Implicit in President Bush’s words was a departure from the longstanding US policy of supporting dictators while opposing those with greater democratic credentials. For more than 60 years, especially during the Cold War, US presidents sacrificed democracy and propped up friendly tyrants who claimed to be anti-communist. Julius Nyerere of Tanzania, Patrice Lumumba of Congo, and Amilcar Cabral Guinea were considered communist sympathizers while African dictators such as Jomo Kenyatta of Kenya, Mohammed Said Barre of Somalia, Samuel Doe of Liberia, and Mobutu Sese Seko Congo were supported.

Still, the Bush administration did not go far enough. It remained friendly to notorious African dictators, such as Hosni Mubarak in Egypt, Yoweri Museveni in Uganda, Meles Zenawi in Ethiopia, Idriss Deby in Chad, and Muammar Gadhafi in Libya. Even Sudan’s Omar al Bashir, who committed genocide, was spared Washington’s full wrath because he was assisting in Iraq and with the President’s “war on terror.”

An old saying in The Gambia – “No matter how much one hates a dog, one must admit it has white teeth.” Despite the fact that Bush sometimes supported African leaders who did not practice democracy and good governance, Bush’s Africa policy promoted aid for fighting HIV/AIDS and malaria. President Bush further pushed the President’s Emergency Plan for AIDS Relief, popularly known as PEPFAR, and other programs. There were other provisions in the Bush Africa policy that became successful, such as trade, investment, and development, especially the promotion of the Millennium Challenge Corporation, Africom, military training in the Sahel and in East Africa, the war on terrorism, and his tireless promotion of democracy.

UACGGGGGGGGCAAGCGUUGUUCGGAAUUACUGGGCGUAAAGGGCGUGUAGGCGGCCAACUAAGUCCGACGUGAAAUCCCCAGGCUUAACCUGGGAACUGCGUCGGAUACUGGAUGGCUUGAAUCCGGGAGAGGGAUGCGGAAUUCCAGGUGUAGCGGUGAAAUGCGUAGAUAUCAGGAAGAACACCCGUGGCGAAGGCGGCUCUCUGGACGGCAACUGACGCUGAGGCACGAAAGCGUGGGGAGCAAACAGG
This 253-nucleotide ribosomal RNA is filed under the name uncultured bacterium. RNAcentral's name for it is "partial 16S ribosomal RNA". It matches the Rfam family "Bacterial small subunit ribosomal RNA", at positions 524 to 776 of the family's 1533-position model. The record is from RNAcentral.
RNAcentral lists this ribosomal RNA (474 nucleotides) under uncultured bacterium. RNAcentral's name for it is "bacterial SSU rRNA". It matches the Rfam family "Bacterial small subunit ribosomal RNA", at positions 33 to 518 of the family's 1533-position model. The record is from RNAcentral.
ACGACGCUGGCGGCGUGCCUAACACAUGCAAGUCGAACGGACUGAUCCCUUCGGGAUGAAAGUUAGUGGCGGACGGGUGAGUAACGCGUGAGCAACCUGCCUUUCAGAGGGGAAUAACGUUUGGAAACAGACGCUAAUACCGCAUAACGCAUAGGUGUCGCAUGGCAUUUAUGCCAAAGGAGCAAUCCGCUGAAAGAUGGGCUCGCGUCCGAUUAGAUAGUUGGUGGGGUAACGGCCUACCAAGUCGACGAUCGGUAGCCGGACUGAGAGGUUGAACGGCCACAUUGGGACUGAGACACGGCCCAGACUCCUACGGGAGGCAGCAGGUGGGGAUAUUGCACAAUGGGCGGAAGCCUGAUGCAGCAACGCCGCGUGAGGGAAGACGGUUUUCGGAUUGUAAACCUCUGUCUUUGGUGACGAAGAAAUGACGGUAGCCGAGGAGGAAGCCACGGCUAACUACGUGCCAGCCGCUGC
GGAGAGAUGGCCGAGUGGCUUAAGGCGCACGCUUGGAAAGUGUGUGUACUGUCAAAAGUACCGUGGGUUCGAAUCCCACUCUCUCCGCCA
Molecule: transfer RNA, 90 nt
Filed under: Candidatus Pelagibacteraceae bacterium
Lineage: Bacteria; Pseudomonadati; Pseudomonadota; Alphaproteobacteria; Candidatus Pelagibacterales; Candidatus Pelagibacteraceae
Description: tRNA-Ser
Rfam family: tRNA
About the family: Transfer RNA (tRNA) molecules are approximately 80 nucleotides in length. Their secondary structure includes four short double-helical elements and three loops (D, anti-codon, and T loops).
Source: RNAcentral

Democracy promotion should be President Obama’s vehicle for achieving African policy goals, such as expanding bilateral trade and investment, improving health and education, reducing poverty and preventing conflict. Obama’s second term should review and give attention to Africa to serve the interest of humanity.

President Obama could achieve lasting change by supporting democracy and refusing to support leaders who impede it. He should maintain President Bush’s rhetorical support for democracy in Africa while winding down relations with dictators in Sudan, Ethiopia, Uganda, Rwanda, and Equatorial Guinea. He should convey to African leaders that adhering to good governance and human rights policies is the price he demands for friendly relations with his administration.




Alagi Yorro Jallow is the founding managing editor of the closed The Independent newspaper. He holds a master’s degree from Harvard’s Kennedy School. He is winner of International Press Freedom Award. He now lives in New York City.